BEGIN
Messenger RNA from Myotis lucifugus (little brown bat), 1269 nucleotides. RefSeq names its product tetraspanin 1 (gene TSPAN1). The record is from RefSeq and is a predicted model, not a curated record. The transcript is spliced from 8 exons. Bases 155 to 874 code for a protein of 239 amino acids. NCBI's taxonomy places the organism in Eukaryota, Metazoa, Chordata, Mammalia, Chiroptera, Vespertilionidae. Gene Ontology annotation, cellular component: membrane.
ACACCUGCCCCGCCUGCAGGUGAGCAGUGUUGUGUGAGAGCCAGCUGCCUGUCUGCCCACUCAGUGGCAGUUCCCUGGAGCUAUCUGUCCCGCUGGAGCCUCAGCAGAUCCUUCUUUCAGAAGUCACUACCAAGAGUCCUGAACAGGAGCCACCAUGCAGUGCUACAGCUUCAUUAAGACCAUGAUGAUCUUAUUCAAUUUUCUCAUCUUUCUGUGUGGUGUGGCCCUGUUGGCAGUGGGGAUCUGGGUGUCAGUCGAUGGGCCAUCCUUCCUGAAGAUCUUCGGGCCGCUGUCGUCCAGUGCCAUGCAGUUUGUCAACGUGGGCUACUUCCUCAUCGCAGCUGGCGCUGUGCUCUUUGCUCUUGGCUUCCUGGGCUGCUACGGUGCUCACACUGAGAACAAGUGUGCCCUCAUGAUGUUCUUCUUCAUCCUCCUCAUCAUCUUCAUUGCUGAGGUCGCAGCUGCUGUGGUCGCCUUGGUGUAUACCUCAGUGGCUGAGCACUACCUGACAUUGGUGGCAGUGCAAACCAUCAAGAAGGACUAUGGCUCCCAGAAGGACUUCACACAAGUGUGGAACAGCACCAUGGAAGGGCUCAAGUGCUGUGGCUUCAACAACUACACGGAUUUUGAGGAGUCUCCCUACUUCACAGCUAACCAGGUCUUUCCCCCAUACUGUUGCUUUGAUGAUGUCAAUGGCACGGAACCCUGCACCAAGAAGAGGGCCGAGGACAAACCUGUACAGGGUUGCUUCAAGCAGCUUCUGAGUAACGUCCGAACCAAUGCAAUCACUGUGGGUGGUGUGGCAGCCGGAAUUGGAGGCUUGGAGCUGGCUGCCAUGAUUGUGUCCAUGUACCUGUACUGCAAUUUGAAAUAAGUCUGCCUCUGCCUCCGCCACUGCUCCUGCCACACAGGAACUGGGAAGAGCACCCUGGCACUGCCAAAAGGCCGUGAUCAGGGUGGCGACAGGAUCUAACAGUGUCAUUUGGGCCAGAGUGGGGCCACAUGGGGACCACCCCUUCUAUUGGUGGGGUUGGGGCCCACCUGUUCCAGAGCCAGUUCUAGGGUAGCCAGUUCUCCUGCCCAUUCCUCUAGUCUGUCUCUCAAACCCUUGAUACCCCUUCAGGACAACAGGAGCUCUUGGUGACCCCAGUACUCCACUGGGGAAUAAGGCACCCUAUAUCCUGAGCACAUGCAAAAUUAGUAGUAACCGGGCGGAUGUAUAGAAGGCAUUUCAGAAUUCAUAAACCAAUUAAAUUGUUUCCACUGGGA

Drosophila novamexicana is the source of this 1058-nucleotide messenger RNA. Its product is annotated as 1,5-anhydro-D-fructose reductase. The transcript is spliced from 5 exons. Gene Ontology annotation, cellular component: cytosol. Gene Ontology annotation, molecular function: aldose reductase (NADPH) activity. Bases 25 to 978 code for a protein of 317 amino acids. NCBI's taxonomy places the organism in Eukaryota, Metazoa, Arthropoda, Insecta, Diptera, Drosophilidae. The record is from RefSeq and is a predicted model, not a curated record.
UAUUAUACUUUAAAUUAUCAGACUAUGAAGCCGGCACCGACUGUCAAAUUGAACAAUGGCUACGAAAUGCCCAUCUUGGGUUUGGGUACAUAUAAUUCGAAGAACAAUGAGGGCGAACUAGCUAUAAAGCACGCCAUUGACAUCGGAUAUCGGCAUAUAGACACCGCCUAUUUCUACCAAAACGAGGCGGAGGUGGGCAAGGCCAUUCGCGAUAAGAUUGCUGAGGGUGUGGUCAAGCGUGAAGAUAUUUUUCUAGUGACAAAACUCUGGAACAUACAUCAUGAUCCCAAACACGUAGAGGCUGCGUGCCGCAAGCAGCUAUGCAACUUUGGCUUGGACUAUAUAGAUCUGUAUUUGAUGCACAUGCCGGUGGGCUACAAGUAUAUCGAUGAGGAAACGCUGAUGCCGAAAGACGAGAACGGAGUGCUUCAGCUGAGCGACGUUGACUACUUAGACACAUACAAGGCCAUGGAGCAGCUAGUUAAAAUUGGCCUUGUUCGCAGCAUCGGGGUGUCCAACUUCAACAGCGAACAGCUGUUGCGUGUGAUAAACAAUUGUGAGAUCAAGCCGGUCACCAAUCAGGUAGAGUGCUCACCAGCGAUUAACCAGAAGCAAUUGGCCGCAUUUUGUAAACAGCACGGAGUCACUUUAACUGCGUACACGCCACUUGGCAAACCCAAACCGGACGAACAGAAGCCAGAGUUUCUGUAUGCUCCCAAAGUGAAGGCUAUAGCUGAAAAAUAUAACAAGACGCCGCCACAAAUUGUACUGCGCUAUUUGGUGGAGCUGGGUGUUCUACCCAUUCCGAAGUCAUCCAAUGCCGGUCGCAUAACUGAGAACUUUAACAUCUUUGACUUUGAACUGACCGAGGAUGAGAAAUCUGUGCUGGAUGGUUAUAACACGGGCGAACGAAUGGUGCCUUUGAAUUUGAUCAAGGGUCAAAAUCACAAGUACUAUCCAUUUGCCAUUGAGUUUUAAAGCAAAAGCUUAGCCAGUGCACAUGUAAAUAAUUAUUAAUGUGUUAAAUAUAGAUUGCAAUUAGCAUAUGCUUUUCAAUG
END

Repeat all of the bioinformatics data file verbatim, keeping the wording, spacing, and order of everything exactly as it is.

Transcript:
Messenger RNA from Myotis lucifugus (little brown bat), 1269 nucleotides. RefSeq names its product tetraspanin 1 (gene TSPAN1). The record is from RefSeq and is a predicted model, not a curated record. The transcript is spliced from 8 exons. Bases 155 to 874 code for a protein of 239 amino acids. NCBI's taxonomy places the organism in Eukaryota, Metazoa, Chordata, Mammalia, Chiroptera, Vespertilionidae. Gene Ontology annotation, cellular component: membrane.
ACACCUGCCCCGCCUGCAGGUGAGCAGUGUUGUGUGAGAGCCAGCUGCCUGUCUGCCCACUCAGUGGCAGUUCCCUGGAGCUAUCUGUCCCGCUGGAGCCUCAGCAGAUCCUUCUUUCAGAAGUCACUACCAAGAGUCCUGAACAGGAGCCACCAUGCAGUGCUACAGCUUCAUUAAGACCAUGAUGAUCUUAUUCAAUUUUCUCAUCUUUCUGUGUGGUGUGGCCCUGUUGGCAGUGGGGAUCUGGGUGUCAGUCGAUGGGCCAUCCUUCCUGAAGAUCUUCGGGCCGCUGUCGUCCAGUGCCAUGCAGUUUGUCAACGUGGGCUACUUCCUCAUCGCAGCUGGCGCUGUGCUCUUUGCUCUUGGCUUCCUGGGCUGCUACGGUGCUCACACUGAGAACAAGUGUGCCCUCAUGAUGUUCUUCUUCAUCCUCCUCAUCAUCUUCAUUGCUGAGGUCGCAGCUGCUGUGGUCGCCUUGGUGUAUACCUCAGUGGCUGAGCACUACCUGACAUUGGUGGCAGUGCAAACCAUCAAGAAGGACUAUGGCUCCCAGAAGGACUUCACACAAGUGUGGAACAGCACCAUGGAAGGGCUCAAGUGCUGUGGCUUCAACAACUACACGGAUUUUGAGGAGUCUCCCUACUUCACAGCUAACCAGGUCUUUCCCCCAUACUGUUGCUUUGAUGAUGUCAAUGGCACGGAACCCUGCACCAAGAAGAGGGCCGAGGACAAACCUGUACAGGGUUGCUUCAAGCAGCUUCUGAGUAACGUCCGAACCAAUGCAAUCACUGUGGGUGGUGUGGCAGCCGGAAUUGGAGGCUUGGAGCUGGCUGCCAUGAUUGUGUCCAUGUACCUGUACUGCAAUUUGAAAUAAGUCUGCCUCUGCCUCCGCCACUGCUCCUGCCACACAGGAACUGGGAAGAGCACCCUGGCACUGCCAAAAGGCCGUGAUCAGGGUGGCGACAGGAUCUAACAGUGUCAUUUGGGCCAGAGUGGGGCCACAUGGGGACCACCCCUUCUAUUGGUGGGGUUGGGGCCCACCUGUUCCAGAGCCAGUUCUAGGGUAGCCAGUUCUCCUGCCCAUUCCUCUAGUCUGUCUCUCAAACCCUUGAUACCCCUUCAGGACAACAGGAGCUCUUGGUGACCCCAGUACUCCACUGGGGAAUAAGGCACCCUAUAUCCUGAGCACAUGCAAAAUUAGUAGUAACCGGGCGGAUGUAUAGAAGGCAUUUCAGAAUUCAUAAACCAAUUAAAUUGUUUCCACUGGGA

Drosophila novamexicana is the source of this 1058-nucleotide messenger RNA. Its product is annotated as 1,5-anhydro-D-fructose reductase. The transcript is spliced from 5 exons. Gene Ontology annotation, cellular component: cytosol. Gene Ontology annotation, molecular function: aldose reductase (NADPH) activity. Bases 25 to 978 code for a protein of 317 amino acids. NCBI's taxonomy places the organism in Eukaryota, Metazoa, Arthropoda, Insecta, Diptera, Drosophilidae. The record is from RefSeq and is a predicted model, not a curated record.
UAUUAUACUUUAAAUUAUCAGACUAUGAAGCCGGCACCGACUGUCAAAUUGAACAAUGGCUACGAAAUGCCCAUCUUGGGUUUGGGUACAUAUAAUUCGAAGAACAAUGAGGGCGAACUAGCUAUAAAGCACGCCAUUGACAUCGGAUAUCGGCAUAUAGACACCGCCUAUUUCUACCAAAACGAGGCGGAGGUGGGCAAGGCCAUUCGCGAUAAGAUUGCUGAGGGUGUGGUCAAGCGUGAAGAUAUUUUUCUAGUGACAAAACUCUGGAACAUACAUCAUGAUCCCAAACACGUAGAGGCUGCGUGCCGCAAGCAGCUAUGCAACUUUGGCUUGGACUAUAUAGAUCUGUAUUUGAUGCACAUGCCGGUGGGCUACAAGUAUAUCGAUGAGGAAACGCUGAUGCCGAAAGACGAGAACGGAGUGCUUCAGCUGAGCGACGUUGACUACUUAGACACAUACAAGGCCAUGGAGCAGCUAGUUAAAAUUGGCCUUGUUCGCAGCAUCGGGGUGUCCAACUUCAACAGCGAACAGCUGUUGCGUGUGAUAAACAAUUGUGAGAUCAAGCCGGUCACCAAUCAGGUAGAGUGCUCACCAGCGAUUAACCAGAAGCAAUUGGCCGCAUUUUGUAAACAGCACGGAGUCACUUUAACUGCGUACACGCCACUUGGCAAACCCAAACCGGACGAACAGAAGCCAGAGUUUCUGUAUGCUCCCAAAGUGAAGGCUAUAGCUGAAAAAUAUAACAAGACGCCGCCACAAAUUGUACUGCGCUAUUUGGUGGAGCUGGGUGUUCUACCCAUUCCGAAGUCAUCCAAUGCCGGUCGCAUAACUGAGAACUUUAACAUCUUUGACUUUGAACUGACCGAGGAUGAGAAAUCUGUGCUGGAUGGUUAUAACACGGGCGAACGAAUGGUGCCUUUGAAUUUGAUCAAGGGUCAAAAUCACAAGUACUAUCCAUUUGCCAUUGAGUUUUAAAGCAAAAGCUUAGCCAGUGCACAUGUAAAUAAUUAUUAAUGUGUUAAAUAUAGAUUGCAAUUAGCAUAUGCUUUUCAAUG